Moksha and the Modern Indian

For centuries, the Indian subcontinent has been a cradle for journeys into the inner worlds of the human mind and spirit. Though never a mass pursuit, spiritual adventurism has existed for several millennia, emerging in the form of individual seeking, texts and manuscripts, as well as the birth of religions and wisdom traditions.

What is the enlightenment that these seekers sought? It has been called by different names in different eras and by different teachers – moksha, nirvana, kaivalya, self-realisation, liberation, and so on. Essentially it is a state of transcendence, characterized by stepping beyond the boundaries of the human condition. Interpretations might vary, but enlightenment is undoubtedly the Holy Grail of all spiritual paths, the point where seeking ceases, and something happens to transmute the human into the possibly divine.

Whether it is an actual tipping point or a cumulative process, resulting in a cataclysmic inner event or a gradual realization, seems to be subjective and determined by each individual’s experience and journey. The end result, however, seems to be similar – an opening up, a falling away, a boundlessness, a liberation. Just like one who has never tasted honey can neither describe its taste nor understand it wholly, those of us who have not experienced the bliss of enlightenment cannot hope to understand it in its entirety.

To give credence to this search, there exist enough examples in spiritual literature of the enlightened ones, some universally acknowledged and others lesser known and understood. Just the fact that there have been actual human beings who have attained enlightenment and have spoken about it, like the Buddha among many others, holds out hope for the rest of humanity that indeed, this is not only the stuff of myth. It is a real and reachable state of existence.

As India hurtles towards ‘Project Development’, and a materially affluent lifestyle is what everybody seems to be intent on, what is the state of the enlightenment quest in India today? Gurus of various persuasions seem to abound, but what are they offering, and what are their followers interested in imbibing from them? Is Indian spirituality about enlightenment any longer, or has it become a purveyor of quick fixes to relieve urban stress and angst?

Dharma, artha, kama, moksha – roughly translated respectively as righteousness, prosperity, pleasure and enlightenment – were traditionally placed as the four goals of human life in India. A well-managed pursuit of all four was the measure of success. If we were to evaluate our lives today according to this yardstick, I think most of us would find that we focus inordinate amounts of time and energy on one or two of these, while neglecting the others. How do we find a path that includes a consideration of moksha, alongside achieving appropriate amounts of artha, kama, and of dharma as well? This is the creative challenge of the modern spiritual seeker, and one that each of us must grapple with in the battleground of our individual lives.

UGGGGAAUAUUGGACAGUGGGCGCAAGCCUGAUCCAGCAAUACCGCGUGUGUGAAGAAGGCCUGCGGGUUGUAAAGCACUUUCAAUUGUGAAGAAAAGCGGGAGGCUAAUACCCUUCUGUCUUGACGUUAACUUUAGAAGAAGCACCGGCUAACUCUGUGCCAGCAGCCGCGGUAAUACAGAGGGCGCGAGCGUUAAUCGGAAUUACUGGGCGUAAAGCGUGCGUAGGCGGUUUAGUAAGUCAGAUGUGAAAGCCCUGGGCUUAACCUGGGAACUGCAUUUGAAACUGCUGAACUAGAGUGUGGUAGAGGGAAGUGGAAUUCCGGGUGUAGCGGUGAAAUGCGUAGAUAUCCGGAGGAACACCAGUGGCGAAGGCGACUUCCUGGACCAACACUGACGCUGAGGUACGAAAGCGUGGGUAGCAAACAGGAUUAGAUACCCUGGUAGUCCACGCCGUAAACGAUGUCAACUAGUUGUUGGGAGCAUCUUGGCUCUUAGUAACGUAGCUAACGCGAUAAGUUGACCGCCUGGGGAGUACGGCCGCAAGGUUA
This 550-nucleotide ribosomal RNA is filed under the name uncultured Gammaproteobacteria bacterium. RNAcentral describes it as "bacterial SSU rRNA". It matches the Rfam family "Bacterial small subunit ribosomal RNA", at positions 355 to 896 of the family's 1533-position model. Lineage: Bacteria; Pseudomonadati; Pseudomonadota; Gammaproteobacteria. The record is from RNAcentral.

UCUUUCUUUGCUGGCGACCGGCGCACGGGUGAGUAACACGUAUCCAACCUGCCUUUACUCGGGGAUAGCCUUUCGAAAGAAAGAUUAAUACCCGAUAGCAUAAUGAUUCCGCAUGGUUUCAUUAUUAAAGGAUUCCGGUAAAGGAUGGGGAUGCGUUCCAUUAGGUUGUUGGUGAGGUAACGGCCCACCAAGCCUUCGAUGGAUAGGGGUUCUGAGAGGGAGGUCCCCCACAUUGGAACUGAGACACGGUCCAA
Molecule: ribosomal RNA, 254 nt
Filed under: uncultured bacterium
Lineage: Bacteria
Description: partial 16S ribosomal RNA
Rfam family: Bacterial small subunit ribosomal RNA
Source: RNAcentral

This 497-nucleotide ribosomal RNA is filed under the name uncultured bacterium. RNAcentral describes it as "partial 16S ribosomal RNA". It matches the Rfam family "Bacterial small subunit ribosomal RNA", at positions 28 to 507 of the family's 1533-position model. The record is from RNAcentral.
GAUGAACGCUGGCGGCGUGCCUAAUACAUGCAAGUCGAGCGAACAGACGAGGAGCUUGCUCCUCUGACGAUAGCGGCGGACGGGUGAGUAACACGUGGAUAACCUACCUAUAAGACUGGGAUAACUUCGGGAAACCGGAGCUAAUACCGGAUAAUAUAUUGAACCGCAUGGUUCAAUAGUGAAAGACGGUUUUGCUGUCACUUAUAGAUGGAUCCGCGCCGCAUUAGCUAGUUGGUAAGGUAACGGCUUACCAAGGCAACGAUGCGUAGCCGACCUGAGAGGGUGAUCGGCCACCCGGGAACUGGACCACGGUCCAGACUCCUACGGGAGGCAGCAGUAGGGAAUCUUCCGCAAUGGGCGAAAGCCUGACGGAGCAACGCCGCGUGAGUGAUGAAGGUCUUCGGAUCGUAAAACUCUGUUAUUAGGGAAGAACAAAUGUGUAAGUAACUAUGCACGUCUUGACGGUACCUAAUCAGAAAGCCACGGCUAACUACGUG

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One thought on “Moksha and the Modern Indian

  1. while reading your post I was imagining a nation full of seekers, where all and everything is designed for the sole purpose of enlightenment. Of course this fictive nation never exited and probably never will but all too often I hope one day humanity will go into this direction instead of the running we have made of our prosperity. Such a waste it is.

    All so often I have found, sitting in my chai-shop or on the ghat, that thousands of people are travelling, the now fairly easy way, from the west to India to find some ancient wisdom, a path, while the masses of the naive land, so busy with spiritual and religious rituals, are running away from it, under-appreciating it, so hard on development (killing the blissful Narmada, draining the Ganga) and money making (such a boom). Why to make the same mistakes of the west, why not do what have always done, integrate and benefit more?

    I know it is not wholly like that, more shades exists in this vast vast land and yet…

    But you make my heart beat faster now, thinking of the wonderful rivers

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